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Olympic Sculpture Park

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The Olympic Sculpture Park, created and operated by the Seattle Art Museum, is a park, free and open to the public, in Seattle, Washington that opened on January 20, 2007 The park consists of a 9-acre 36,000 m2 outdoor sculpture museum and beach1 The park's lead designer was Weiss/Manfredi Architects,2 who collaborated with Charles Anderson Landscape Architecture, Magnusson Klemencic Associates and other consultants It is situated at the northern end of the Seattle seawall and the southern end of Myrtle Edwards Park The former industrial site was occupied by the oil and gas corporation Unocal until the 1970s and subsequently became a contaminated brownfield before the Seattle Art Museum proposed to transform the area into one of the only green spaces in Downtown Seattle

As a free-admission outdoor sculpture park with both permanent and visiting installations, it is a unique institution in the United States3 The idea of green space for large, monumental sculpture in Seattle was first discussed between Virginia and Bagley Wright, Mary and Jon Shirley former president of Microsoft and Chairman of the Seattle Art Museum Board of Directors, and Seattle Art Museum director and wife of William Gates Sr Mimi Gardner Gates4 The idea grew further during a discussion in 1996 between and Martha Wyckoff while stranded on a fly fishing trip in Mongolia due to a helicopter crash56 Wyckoff, being a trustee of the Trust for Public Land, soon after began an effort to identify possible locations for the park6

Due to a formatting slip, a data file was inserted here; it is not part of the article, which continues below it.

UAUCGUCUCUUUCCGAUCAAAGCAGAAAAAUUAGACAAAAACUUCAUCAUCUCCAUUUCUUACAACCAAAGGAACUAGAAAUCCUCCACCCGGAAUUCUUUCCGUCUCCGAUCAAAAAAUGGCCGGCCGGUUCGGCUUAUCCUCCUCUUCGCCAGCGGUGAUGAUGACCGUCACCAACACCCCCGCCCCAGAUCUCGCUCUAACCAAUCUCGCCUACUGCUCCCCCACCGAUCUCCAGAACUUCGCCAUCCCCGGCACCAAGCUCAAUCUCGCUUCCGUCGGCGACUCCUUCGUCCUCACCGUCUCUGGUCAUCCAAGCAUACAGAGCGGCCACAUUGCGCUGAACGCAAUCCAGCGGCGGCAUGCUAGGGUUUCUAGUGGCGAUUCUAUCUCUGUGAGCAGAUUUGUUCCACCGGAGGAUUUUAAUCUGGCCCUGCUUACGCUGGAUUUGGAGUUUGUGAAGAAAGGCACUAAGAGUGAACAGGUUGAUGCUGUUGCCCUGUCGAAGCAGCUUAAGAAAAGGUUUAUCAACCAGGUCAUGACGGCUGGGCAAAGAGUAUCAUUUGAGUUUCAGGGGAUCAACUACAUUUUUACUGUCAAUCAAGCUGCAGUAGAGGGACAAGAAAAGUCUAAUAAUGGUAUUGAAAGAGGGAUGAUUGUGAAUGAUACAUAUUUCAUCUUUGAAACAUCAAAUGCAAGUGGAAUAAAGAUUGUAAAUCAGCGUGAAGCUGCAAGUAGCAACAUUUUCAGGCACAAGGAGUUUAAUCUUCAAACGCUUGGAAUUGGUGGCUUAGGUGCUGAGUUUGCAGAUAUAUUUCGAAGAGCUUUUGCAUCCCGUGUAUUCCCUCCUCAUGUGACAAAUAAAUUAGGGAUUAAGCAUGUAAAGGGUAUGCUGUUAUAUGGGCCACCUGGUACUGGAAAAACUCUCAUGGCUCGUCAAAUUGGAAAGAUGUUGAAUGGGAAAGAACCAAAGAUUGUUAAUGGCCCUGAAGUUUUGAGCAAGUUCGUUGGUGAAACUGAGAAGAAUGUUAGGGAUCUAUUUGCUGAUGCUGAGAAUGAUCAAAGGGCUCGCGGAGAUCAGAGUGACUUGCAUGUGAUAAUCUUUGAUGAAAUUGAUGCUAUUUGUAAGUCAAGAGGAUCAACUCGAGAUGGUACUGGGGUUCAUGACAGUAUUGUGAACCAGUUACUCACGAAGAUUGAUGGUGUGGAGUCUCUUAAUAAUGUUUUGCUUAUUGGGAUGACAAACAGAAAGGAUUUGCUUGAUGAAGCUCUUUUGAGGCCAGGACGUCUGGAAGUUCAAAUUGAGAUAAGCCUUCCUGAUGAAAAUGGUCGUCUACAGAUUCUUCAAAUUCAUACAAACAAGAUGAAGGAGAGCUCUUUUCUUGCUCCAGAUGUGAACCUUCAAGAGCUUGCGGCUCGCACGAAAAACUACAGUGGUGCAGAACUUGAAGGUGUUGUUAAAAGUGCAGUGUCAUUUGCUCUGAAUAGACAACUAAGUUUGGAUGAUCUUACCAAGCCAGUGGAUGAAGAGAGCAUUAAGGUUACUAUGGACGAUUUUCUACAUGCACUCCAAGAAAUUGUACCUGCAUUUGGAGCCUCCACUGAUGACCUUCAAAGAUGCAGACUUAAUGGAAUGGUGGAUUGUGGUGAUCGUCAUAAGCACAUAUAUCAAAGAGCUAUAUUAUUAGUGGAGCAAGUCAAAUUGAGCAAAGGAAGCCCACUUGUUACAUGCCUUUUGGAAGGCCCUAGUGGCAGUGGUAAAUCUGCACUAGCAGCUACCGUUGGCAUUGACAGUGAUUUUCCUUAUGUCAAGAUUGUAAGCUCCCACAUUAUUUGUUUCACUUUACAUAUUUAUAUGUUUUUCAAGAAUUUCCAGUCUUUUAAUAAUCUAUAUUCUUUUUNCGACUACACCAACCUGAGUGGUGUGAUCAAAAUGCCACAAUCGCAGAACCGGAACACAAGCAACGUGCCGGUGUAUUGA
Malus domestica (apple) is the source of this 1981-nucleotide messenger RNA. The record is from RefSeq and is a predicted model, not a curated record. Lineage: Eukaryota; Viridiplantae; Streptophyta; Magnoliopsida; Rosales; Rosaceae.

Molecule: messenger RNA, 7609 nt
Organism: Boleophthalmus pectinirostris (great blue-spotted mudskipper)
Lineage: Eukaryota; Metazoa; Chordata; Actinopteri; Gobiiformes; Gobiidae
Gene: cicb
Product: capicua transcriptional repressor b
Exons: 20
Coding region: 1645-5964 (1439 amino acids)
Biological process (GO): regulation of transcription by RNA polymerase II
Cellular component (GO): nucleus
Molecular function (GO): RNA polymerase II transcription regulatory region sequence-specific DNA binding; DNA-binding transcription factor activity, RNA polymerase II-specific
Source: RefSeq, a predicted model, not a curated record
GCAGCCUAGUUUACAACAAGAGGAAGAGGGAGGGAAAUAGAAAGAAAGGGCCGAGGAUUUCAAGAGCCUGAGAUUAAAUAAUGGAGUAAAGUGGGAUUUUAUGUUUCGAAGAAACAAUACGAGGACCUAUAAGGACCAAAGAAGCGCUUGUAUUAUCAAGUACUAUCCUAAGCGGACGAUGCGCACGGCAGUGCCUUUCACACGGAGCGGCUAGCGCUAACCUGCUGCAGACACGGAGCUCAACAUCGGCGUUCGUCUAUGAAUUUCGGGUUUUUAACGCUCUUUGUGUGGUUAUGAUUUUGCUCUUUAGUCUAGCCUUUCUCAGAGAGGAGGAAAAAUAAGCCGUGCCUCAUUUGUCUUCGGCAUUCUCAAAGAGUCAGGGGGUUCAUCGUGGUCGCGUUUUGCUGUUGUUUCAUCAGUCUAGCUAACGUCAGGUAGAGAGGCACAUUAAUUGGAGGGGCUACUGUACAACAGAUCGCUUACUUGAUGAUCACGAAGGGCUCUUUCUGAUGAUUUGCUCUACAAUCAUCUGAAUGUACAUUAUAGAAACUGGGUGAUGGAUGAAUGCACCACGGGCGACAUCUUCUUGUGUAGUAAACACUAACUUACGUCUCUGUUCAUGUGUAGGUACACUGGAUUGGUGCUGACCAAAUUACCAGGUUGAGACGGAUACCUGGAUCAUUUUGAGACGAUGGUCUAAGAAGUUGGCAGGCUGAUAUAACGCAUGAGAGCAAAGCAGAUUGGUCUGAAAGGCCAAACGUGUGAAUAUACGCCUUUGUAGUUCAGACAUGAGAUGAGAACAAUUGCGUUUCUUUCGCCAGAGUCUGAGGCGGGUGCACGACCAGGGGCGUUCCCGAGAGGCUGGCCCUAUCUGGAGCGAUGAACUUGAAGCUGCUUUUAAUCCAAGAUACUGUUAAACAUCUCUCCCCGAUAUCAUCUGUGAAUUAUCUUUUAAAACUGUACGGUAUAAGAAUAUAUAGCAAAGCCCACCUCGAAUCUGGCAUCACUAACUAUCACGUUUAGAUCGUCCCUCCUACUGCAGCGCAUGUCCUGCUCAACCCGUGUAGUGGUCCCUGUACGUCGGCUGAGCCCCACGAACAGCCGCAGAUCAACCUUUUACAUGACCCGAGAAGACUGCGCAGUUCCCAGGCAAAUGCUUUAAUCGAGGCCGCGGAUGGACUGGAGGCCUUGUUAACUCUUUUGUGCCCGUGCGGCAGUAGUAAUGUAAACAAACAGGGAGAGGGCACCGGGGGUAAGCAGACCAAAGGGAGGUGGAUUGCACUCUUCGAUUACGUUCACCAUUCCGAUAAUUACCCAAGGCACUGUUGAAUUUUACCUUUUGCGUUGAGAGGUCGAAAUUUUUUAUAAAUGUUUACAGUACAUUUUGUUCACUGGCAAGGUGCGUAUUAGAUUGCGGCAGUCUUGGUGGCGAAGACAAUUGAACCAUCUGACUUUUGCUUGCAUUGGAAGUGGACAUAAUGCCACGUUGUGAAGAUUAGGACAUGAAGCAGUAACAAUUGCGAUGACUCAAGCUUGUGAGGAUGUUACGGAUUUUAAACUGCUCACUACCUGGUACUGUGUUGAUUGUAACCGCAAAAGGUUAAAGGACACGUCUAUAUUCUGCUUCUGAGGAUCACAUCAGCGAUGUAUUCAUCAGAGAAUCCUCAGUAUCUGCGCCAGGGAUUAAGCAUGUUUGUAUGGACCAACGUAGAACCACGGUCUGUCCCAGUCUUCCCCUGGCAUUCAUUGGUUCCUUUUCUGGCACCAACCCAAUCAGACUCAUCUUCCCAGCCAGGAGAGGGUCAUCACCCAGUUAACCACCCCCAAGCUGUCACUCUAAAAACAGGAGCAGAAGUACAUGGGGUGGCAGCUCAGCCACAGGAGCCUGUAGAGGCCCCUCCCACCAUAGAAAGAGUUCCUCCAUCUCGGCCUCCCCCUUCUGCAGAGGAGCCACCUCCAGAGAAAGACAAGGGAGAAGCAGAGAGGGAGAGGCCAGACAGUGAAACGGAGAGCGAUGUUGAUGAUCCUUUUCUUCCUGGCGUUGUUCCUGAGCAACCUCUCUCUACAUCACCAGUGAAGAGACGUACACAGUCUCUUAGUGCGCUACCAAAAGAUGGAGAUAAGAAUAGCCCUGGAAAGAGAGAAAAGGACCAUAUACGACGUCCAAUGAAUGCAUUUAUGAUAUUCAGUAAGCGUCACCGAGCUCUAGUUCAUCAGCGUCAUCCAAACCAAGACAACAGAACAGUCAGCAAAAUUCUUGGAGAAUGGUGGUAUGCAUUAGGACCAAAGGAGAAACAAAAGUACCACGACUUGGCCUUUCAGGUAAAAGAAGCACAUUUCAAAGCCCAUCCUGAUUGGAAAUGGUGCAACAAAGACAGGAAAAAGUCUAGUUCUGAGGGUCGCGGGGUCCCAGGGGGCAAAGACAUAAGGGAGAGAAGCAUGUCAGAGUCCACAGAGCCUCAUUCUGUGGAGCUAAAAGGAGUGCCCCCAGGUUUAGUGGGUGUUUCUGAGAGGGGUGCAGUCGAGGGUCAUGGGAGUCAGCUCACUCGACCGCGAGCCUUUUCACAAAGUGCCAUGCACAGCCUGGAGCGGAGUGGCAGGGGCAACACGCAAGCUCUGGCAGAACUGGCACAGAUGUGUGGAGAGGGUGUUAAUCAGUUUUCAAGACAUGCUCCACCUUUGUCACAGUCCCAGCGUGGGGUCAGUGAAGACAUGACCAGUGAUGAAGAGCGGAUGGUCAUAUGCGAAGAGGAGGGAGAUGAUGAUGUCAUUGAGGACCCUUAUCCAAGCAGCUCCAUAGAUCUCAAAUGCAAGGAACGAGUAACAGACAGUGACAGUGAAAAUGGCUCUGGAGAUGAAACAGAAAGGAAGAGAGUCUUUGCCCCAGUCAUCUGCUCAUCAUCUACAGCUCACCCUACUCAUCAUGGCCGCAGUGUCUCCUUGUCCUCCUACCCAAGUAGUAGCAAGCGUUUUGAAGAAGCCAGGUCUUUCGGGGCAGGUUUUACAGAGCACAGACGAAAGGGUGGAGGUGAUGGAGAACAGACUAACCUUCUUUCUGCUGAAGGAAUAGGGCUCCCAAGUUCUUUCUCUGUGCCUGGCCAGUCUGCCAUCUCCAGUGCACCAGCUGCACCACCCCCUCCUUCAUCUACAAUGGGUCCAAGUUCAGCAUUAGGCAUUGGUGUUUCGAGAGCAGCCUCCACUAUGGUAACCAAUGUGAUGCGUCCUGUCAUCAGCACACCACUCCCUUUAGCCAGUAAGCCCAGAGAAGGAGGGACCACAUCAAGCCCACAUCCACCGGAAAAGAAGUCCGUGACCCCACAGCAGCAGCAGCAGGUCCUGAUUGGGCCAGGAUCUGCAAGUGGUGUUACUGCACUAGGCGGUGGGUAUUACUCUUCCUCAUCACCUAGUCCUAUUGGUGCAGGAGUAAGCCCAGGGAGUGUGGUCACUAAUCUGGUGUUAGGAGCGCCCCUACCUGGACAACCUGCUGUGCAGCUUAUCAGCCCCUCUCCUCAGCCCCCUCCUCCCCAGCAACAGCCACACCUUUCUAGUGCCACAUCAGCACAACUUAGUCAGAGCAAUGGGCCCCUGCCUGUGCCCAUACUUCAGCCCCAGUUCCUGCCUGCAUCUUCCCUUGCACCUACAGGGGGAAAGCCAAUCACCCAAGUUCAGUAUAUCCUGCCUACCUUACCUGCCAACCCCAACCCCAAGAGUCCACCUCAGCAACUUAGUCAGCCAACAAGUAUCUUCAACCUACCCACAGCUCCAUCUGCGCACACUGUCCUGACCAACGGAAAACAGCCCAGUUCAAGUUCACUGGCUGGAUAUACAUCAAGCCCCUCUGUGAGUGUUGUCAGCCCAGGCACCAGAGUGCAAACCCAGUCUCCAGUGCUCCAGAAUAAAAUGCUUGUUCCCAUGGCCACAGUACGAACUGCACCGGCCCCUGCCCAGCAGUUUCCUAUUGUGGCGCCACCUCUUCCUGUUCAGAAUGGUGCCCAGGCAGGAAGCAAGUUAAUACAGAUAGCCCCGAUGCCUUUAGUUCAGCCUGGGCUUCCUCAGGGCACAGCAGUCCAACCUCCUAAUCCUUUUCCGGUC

A $30 million gift from Mary and Jon Shirley established them as foundational donors6 As part of constructing the sculpture park, 57 million dollars were spent transforming 1,000 feet 300 m of the seawall and underwater shoreline inside Myrtle Edwards park A three level underwater slope was built with 50,000 tonnes of riprap The first level of the slope is large rocks to break up waves The second is a flat "bench" level to recreate an intertidal zone The lower level is covered with smaller rocks designed to attract sealife and large kelp It is hoped that this recreated strand will help revitalise juvenile salmon from the Duwamish River and serve as a test for future efforts7